"This here coin is about as rare a thing as I ever saw. You know what you have here? This is a $20 gold piece minted the year the United States became the United States. There were only five of these minted. I believe they were minted by Ben Franklin, himself. The other four are in the Smithsonian. I'll give you $25,000 for it right now. Take a check?"

The man was clearly trying to keep calm, but his facial expression and the way he went for a pen and his checkbook told the others a different story.

Sara looked back up at the television as her husband, mother and father chatted excitedly amongst themselves about their sudden good fortune.

The man behind the counter was shaking as he wrote out the check. Sara's husband took her in his arms and hugged her tight, whispering he loved her over and over. When he let go, he told her that the first thing they would do was to go get a bigger television and a new lawn mower and this and that and some more widgets.

Suddenly, he appeared childlike. He was a mere child reading a Christmas wish list with eyes filled wide with images of sugar plum colored Corvettes and microwaves and the down payment for the Harley he always wanted. She looked at her mother and she was saying something to Pops about a trip to Bimini. Again, Sara looked back at the television. The police were cuffing several protesters. In the crowd, Sara thought she saw a dog that looked suspiciously like Dick and Jane's dog, Pepper. She focused on the screen, trying in vein to see if the dog had three legs or four. Of course, she knew it was a silly thing to do. But, at that moment, Sara knew what to do.

The priest emerged from the jail, momentarily covering his eyes from the brightness of the overhead sun. There were several people cheering his release. He scanned the crowd until he found the woman in the orange and white dress, who said she would be waiting with a modest donation. The priest edged his way through the crowd to the woman. She gave him the check as a couple of photographers for the newspapers snapped away. "I couldn't help myself. I just kept seeing the story on the t.v. all day and I had to do something."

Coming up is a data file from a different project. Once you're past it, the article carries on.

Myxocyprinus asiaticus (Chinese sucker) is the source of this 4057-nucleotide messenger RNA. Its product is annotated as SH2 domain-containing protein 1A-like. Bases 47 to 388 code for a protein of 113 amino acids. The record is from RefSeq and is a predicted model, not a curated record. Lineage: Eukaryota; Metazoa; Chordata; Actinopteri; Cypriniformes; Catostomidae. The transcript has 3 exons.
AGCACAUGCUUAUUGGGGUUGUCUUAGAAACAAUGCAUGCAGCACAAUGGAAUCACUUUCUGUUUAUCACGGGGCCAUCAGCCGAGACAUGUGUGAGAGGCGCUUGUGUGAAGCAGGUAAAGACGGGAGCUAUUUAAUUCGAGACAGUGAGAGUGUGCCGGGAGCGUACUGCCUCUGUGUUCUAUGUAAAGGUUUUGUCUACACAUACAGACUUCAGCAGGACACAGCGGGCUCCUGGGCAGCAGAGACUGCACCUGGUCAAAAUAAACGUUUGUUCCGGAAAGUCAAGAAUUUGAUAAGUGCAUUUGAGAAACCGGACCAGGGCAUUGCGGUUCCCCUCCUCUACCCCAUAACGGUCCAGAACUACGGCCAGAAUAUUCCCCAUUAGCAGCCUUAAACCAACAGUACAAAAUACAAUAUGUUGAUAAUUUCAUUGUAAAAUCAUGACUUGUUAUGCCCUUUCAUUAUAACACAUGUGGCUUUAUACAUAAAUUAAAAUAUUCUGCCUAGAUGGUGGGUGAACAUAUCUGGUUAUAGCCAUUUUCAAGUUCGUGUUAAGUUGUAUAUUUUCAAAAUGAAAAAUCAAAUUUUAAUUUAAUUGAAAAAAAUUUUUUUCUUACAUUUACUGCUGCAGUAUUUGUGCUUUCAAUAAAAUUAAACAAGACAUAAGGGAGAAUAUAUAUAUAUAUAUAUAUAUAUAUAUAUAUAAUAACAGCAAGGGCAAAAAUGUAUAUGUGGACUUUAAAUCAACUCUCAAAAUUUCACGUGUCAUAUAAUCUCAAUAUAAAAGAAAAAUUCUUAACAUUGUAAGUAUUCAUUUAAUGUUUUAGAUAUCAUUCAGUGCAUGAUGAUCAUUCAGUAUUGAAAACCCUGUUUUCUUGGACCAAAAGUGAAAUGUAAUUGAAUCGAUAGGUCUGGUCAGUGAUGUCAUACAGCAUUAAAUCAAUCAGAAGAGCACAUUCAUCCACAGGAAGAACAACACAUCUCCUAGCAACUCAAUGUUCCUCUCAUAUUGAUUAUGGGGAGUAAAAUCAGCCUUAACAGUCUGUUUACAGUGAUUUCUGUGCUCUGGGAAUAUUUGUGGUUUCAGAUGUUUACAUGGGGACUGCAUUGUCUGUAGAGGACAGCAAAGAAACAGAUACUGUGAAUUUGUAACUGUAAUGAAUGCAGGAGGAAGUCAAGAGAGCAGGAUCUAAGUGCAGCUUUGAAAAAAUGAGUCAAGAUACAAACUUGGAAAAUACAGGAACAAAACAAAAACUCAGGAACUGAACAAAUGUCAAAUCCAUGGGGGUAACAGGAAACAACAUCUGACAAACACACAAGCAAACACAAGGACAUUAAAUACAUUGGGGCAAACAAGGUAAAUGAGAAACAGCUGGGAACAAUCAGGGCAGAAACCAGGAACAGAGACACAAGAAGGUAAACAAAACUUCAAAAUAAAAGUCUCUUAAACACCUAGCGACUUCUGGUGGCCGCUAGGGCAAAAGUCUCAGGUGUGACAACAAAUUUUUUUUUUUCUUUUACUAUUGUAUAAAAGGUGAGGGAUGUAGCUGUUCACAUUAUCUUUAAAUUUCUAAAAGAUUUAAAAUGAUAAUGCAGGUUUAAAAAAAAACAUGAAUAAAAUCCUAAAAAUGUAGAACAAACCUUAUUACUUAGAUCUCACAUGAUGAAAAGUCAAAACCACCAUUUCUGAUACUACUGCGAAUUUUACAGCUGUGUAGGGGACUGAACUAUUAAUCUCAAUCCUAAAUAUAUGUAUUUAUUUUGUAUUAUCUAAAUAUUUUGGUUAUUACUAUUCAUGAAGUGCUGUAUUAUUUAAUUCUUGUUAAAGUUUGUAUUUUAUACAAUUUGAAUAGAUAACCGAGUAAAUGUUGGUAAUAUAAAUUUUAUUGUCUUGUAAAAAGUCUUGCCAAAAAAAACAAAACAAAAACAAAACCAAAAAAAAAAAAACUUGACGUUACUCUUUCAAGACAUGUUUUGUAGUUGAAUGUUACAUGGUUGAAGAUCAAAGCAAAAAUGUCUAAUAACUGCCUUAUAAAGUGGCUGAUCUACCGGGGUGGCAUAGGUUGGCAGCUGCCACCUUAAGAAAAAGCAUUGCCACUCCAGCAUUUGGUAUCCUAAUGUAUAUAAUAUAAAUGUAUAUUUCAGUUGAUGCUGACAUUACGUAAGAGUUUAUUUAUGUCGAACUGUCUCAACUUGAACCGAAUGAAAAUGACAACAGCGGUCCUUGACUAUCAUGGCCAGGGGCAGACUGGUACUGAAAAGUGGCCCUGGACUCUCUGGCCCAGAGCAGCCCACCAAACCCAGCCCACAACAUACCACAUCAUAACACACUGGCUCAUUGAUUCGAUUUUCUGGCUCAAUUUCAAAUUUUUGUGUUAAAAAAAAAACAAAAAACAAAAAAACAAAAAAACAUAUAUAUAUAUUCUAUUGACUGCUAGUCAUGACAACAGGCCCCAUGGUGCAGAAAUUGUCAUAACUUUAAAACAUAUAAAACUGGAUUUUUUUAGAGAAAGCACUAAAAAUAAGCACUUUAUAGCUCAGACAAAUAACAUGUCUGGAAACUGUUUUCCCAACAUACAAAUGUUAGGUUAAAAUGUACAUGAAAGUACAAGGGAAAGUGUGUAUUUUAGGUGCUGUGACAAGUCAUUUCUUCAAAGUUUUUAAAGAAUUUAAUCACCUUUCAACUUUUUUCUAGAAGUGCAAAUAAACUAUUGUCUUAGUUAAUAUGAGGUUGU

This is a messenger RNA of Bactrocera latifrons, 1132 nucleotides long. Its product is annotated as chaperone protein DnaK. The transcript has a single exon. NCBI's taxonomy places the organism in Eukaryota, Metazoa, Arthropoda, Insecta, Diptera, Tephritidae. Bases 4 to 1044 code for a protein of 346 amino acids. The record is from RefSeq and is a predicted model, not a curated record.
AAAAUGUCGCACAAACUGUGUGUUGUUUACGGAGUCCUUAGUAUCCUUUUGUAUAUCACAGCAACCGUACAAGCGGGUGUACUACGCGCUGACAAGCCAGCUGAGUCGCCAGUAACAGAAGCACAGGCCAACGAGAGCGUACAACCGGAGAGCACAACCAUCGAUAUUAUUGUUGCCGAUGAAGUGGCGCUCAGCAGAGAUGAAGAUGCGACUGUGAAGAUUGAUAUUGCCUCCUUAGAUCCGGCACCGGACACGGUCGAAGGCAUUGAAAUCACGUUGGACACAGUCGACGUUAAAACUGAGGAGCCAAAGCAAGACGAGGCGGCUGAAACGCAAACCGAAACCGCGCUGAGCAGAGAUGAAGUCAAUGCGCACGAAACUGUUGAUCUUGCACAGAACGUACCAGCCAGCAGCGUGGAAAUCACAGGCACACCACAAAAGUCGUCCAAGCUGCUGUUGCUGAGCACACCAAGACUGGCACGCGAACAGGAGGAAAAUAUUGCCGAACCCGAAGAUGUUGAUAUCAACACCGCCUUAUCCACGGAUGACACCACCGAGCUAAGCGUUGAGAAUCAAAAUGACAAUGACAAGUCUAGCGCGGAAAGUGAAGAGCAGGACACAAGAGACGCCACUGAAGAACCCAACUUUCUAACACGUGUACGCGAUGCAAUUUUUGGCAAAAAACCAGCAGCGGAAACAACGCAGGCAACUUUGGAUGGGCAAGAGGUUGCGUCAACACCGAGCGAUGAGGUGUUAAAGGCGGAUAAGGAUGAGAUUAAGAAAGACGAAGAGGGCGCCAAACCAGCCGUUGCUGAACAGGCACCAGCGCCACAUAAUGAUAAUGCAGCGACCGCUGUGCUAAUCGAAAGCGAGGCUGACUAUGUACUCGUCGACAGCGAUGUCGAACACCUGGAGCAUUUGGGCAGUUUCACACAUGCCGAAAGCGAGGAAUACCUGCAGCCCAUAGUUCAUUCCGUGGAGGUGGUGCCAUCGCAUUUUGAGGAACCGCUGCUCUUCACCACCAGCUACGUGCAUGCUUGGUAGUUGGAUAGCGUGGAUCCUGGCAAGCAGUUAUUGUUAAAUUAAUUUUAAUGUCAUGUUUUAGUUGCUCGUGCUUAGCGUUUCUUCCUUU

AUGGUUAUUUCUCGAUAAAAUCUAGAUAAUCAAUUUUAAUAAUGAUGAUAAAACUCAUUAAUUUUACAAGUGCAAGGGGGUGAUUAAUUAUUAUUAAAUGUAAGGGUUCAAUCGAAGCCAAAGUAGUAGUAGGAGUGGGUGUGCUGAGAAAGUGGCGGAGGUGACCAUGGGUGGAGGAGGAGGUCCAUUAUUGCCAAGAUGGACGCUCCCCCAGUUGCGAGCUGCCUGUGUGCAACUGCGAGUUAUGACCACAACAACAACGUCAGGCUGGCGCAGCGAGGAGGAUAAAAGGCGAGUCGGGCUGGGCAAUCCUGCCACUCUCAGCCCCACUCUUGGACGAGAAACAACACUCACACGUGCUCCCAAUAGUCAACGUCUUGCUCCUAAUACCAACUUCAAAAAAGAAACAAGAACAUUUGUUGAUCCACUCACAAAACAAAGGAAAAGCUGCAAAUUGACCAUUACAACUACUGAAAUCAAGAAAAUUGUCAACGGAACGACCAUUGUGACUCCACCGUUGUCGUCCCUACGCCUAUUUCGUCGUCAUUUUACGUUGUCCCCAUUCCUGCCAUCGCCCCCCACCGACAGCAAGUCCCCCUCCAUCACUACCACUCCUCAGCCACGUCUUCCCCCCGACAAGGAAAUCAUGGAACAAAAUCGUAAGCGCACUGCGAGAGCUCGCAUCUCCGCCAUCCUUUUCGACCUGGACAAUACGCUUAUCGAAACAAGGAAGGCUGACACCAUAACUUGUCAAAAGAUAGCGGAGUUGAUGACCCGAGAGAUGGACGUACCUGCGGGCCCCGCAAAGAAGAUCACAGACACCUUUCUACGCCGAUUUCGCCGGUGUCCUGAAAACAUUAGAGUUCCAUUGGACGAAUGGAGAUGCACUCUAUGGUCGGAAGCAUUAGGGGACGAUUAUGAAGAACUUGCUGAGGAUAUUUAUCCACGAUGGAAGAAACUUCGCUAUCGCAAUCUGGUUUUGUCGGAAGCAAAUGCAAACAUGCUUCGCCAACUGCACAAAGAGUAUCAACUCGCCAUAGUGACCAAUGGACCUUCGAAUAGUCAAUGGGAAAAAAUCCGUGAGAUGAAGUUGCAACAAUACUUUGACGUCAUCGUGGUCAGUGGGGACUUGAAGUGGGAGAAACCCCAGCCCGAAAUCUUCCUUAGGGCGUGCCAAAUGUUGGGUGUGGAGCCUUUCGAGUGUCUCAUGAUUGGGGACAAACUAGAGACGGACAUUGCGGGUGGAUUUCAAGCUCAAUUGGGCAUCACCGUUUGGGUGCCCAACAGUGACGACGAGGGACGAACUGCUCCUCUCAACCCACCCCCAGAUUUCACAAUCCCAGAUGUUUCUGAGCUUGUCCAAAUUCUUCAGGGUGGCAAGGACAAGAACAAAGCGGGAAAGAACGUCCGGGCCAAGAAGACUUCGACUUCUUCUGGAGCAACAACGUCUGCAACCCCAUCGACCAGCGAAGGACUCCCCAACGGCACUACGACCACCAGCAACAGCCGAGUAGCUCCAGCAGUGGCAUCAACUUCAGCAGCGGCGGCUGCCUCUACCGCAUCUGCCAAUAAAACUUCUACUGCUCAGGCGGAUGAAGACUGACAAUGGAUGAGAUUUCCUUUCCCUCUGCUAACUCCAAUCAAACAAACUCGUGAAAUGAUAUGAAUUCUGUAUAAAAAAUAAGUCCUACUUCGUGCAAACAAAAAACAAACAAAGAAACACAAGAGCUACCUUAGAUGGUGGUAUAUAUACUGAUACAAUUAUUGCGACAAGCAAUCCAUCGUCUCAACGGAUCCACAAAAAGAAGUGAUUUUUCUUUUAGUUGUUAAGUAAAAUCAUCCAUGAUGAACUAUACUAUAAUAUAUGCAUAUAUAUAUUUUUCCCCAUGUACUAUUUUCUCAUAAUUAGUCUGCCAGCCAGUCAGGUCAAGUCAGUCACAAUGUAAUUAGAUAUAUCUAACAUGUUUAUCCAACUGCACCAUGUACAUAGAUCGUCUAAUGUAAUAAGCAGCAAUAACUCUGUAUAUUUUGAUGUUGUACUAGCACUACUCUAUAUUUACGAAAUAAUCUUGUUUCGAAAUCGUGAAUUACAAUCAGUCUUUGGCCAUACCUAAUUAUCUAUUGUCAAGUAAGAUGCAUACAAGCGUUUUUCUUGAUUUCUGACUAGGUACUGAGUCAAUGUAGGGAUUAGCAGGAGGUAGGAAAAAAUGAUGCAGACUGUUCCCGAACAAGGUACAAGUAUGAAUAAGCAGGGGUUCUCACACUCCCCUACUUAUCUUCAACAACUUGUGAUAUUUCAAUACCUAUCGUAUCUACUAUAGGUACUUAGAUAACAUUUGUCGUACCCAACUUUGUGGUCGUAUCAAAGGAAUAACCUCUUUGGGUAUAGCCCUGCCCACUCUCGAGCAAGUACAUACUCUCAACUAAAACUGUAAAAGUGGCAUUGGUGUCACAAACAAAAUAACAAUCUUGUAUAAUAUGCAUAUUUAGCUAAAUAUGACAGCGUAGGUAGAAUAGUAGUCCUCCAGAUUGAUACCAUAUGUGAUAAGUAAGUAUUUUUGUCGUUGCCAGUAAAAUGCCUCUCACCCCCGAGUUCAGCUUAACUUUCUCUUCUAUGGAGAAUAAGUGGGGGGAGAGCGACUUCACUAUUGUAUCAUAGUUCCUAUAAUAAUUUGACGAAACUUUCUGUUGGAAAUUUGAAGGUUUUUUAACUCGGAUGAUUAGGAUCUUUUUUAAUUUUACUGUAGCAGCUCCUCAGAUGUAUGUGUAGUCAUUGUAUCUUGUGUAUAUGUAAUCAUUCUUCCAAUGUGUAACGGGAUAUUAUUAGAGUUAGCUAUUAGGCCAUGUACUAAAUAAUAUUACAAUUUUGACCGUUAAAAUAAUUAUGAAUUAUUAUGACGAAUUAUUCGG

Meanwhile, back at the car, Sara's family was sad, but they knew what Sara was doing was for the better and that in time, they would not feel so full of loss.

That night, while watching television with her husband, Sara remembered at the last minute to put a blank tape in the VCR to record the scene in front of the police station. The announcer said it was going to be on the 10 PM news. When the story came on, Sara was ready. She hit record and settled back in the chair, snuggling next to her husband, who was still a bit sore over the loss of his brand spanking new Harley.

Halfway through the segment, Sara was sure she saw the dog again. This time she saw clearly that the dog had only three legs. Standing just behind the dog was a man she thought she recognized, but could not quite place the face. It caused her to sit up on the edge of the couch and say over and over, "Oh my God! That dog... I've seen that dog, haven't I?

No, impossible. I'm just going to play the tape back and look again."

When she played the tape again, she saw the same thing. The three legged dog barking up at the camera and then the man. She paused the tape and stared into the tiny face on the screen. "Where have I seen you before?"

And then it came flooding back. It was Old WIlly. As she stared at the face, it seemed to move, despite the fact that the tape was on pause.

None of the other figures were moving, just the toothless old man. Sara was certain she heard him say "Thank you, Sara." But with her husband sitting there still pining over the motorbike, she kept this to herself.  

A day later, Sara took the tape over to her mother's house and played it to her, but the dog and the old man were not on the tape.



The End